- (2) Offers of prizes, award or compensation to the actual contestants in any bona fide contest for the determination of skill, speed, strength or endurance or to the owners of animals or vehicles entered in such contest.
- (3) Pari-mutuel betting as authorized by the law of this State.
- (4) Manufacture of gambling devices, including the acquisition of essential parts therefor and the assembly thereof, for transportation in interstate or foreign commerce to any place outside this State when such transportation is not prohibited by any applicable Federal law; or the manufacture, distribution, or possession of video gaming terminals, as defined in the Video Gaming Act [230 ILCS 40/1 et seq.], by manufacturers, distributors, and terminal operators licensed to do so under the Video Gaming Act.
- (5) The game commonly known as “bingo”, when conducted in accordance with the Bingo License and Tax Act [230 ILCS 25/1 et seq.].
- (6) Lotteries when conducted by the State of Illinois in accordance with the Illinois Lottery Law [20 ILCS 1605/1 et seq.]. This exemption includes any activity conducted by the Department of Revenue to sell lottery tickets pursuant to the provisions of the Illinois Lottery Law and its rules.
- (6.1) The purchase of lottery tickets through the Internet for a lottery conducted by the State of Illinois under the program established in Section 7.12 of the Illinois Lottery Law [20 ILCS 1605/7.12].
- (7) Possession of an antique slot machine that is neither used nor intended to be used in the operation or promotion of any unlawful gambling activity or enterprise. For the purpose of this subparagraph (b)(7), an antique slot machine is one manufactured 25 years ago or earlier.
- (8) Raffles and poker runs when conducted in accordance with the Raffles and Poker Runs Act [230 ILCS 15/1 et seq.].
- (9) Charitable games when conducted in accordance with the Charitable Games Act [230 ILCS 30/1 et seq.].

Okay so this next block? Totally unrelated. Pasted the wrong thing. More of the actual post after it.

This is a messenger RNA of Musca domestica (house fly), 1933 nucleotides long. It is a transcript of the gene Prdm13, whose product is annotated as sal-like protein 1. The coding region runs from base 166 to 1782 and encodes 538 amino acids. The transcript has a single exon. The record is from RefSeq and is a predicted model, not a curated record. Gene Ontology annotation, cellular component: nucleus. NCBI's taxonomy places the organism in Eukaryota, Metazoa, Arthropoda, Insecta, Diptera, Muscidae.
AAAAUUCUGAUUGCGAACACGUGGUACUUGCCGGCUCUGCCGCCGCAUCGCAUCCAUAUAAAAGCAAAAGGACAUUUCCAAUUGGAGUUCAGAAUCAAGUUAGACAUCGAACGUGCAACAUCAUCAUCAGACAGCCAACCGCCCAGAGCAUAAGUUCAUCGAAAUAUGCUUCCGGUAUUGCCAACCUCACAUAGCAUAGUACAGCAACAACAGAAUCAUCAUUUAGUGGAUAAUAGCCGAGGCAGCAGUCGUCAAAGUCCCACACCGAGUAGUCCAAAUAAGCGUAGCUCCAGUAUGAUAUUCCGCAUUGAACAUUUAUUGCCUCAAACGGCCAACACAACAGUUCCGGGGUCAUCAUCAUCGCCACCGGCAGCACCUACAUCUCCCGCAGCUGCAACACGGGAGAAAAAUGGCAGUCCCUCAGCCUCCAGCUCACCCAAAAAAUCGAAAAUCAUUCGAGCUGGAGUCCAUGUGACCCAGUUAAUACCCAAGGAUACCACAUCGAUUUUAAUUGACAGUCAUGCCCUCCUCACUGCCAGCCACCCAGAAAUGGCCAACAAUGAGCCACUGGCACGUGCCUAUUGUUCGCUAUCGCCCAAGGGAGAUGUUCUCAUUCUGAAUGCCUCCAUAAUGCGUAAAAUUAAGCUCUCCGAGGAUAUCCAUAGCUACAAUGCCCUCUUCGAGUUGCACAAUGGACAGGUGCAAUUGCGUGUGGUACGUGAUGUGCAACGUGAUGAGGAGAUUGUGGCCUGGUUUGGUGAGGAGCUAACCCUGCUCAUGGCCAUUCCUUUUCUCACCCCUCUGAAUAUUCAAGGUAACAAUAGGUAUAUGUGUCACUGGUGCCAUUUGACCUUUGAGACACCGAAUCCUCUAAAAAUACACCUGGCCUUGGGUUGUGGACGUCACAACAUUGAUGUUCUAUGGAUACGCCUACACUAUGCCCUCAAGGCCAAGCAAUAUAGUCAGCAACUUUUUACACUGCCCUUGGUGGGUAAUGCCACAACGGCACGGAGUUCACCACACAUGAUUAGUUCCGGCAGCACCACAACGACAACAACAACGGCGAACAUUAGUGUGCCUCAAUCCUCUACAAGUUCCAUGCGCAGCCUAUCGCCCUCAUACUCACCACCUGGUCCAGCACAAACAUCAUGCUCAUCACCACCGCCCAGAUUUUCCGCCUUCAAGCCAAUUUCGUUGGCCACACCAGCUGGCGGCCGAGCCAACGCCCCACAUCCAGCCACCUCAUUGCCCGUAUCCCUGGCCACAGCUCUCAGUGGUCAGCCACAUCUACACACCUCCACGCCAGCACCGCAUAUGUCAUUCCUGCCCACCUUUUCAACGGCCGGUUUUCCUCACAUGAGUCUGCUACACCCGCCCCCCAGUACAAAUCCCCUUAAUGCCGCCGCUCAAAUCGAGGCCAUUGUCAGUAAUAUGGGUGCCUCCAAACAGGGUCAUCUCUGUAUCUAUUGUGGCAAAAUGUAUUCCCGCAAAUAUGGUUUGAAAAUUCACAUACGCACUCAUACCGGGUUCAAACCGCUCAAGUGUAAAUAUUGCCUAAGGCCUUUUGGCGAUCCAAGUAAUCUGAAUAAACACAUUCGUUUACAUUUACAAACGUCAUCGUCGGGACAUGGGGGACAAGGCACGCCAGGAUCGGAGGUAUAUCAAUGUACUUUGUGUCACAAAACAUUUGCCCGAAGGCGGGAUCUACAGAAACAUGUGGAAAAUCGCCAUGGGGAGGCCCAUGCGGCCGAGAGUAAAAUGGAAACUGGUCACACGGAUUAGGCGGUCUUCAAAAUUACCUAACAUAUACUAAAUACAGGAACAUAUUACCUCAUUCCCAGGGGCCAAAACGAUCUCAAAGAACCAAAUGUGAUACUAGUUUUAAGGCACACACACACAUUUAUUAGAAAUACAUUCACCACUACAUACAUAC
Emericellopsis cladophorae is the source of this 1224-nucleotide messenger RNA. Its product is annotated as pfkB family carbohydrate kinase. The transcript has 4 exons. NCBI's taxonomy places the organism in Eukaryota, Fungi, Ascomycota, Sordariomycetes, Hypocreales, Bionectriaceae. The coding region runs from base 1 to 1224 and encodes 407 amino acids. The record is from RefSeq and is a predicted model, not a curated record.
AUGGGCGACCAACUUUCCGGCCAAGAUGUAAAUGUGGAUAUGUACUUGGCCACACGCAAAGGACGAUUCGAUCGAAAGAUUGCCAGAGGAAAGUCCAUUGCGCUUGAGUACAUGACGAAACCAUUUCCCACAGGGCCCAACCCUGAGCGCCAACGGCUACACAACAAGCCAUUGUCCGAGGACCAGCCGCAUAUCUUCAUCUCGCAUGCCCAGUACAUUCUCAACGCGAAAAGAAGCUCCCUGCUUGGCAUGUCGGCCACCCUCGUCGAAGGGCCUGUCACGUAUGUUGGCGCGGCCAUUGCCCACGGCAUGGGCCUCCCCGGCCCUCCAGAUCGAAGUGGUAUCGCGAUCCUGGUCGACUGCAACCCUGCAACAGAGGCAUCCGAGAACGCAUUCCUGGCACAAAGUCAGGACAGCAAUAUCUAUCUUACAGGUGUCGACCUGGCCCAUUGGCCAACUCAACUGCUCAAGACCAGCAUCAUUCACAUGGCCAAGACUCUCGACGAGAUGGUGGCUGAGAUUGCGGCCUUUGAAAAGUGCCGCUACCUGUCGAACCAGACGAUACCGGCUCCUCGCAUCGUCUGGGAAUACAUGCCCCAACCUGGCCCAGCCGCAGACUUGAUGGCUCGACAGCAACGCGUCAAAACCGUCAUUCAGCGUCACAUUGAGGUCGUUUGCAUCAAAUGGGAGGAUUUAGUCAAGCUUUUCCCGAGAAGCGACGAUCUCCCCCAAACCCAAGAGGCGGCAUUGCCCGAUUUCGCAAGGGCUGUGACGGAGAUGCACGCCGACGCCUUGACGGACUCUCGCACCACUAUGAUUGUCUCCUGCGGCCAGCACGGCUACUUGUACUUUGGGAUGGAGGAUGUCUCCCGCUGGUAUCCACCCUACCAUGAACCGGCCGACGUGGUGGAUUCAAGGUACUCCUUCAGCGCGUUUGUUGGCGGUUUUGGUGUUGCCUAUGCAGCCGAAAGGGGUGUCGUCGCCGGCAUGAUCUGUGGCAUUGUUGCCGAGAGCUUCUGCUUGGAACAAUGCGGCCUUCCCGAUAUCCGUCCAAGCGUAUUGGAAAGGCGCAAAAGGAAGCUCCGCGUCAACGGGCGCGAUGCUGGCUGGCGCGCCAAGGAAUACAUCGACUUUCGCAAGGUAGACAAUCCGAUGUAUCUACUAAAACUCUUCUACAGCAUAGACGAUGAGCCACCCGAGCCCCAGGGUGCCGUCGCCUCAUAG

- (10) Pull tabs and jar games when conducted under the Illinois Pull Tabs and Jar Games Act [230 ILCS 20/1 et seq.].
- (11) Gambling games conducted on riverboats when authorized by the Riverboat Gambling Act [230 ILCS 10/1 et seq.].
- (12) Video gaming terminal games at a licensed establishment, licensed truck stop establishment, licensed fraternal establishment, or licensed veterans establishment when conducted in accordance with the Video Gaming Act.
- (13) Games of skill or chance where money or other things of value can be won but no payment or purchase is required to participate.
- (14) Savings promotion raffles authorized under Section 5g of the Illinois Banking Act [205 ILCS 5/5g], Section 7008 of the Savings Bank Act [205 ILCS 205/7008], Section 42.7 of the Illinois Credit Union Act [205 ILCS 305/42.7], Section 5136B of the National Bank Act (12 U.S.C. 25a), or Section 4 of the Home Owners’ Loan Act (12 U.S.C. 1463).
- (c) Sentence.
- Gambling is a Class A misdemeanor. A second or subsequent conviction under subsections (a)(3) through (a)(12), is a Class 4 felony.
- (d) Circumstantial evidence.
- In prosecutions under this Section circumstantial evidence shall have the same validity and weight as in any criminal prosecution.
(720 ILCS 5/28‑2) (from Ch. 38, par. 28‑2)
Sec. 28‑2. Definitions.
- (a) A “gambling device” is any clock, tape machine, slot machine or other machines or device for the reception of money or other thing of value on chance or skill or upon the action of which money or other thing of value is staked, hazarded, bet, won or lost; or any mechanism, furniture, fixture, equipment or other device designed primarily for use in a gambling place. A “gambling device” does not include:
- (1) A coin-in-the-slot operated mechanical device played for amusement which rewards the player with the right to replay such mechanical device, which device is so constructed or devised as to make such result of the operation thereof depend in part upon the skill of the player and which returns to the player thereof no money, property or right to receive money or property.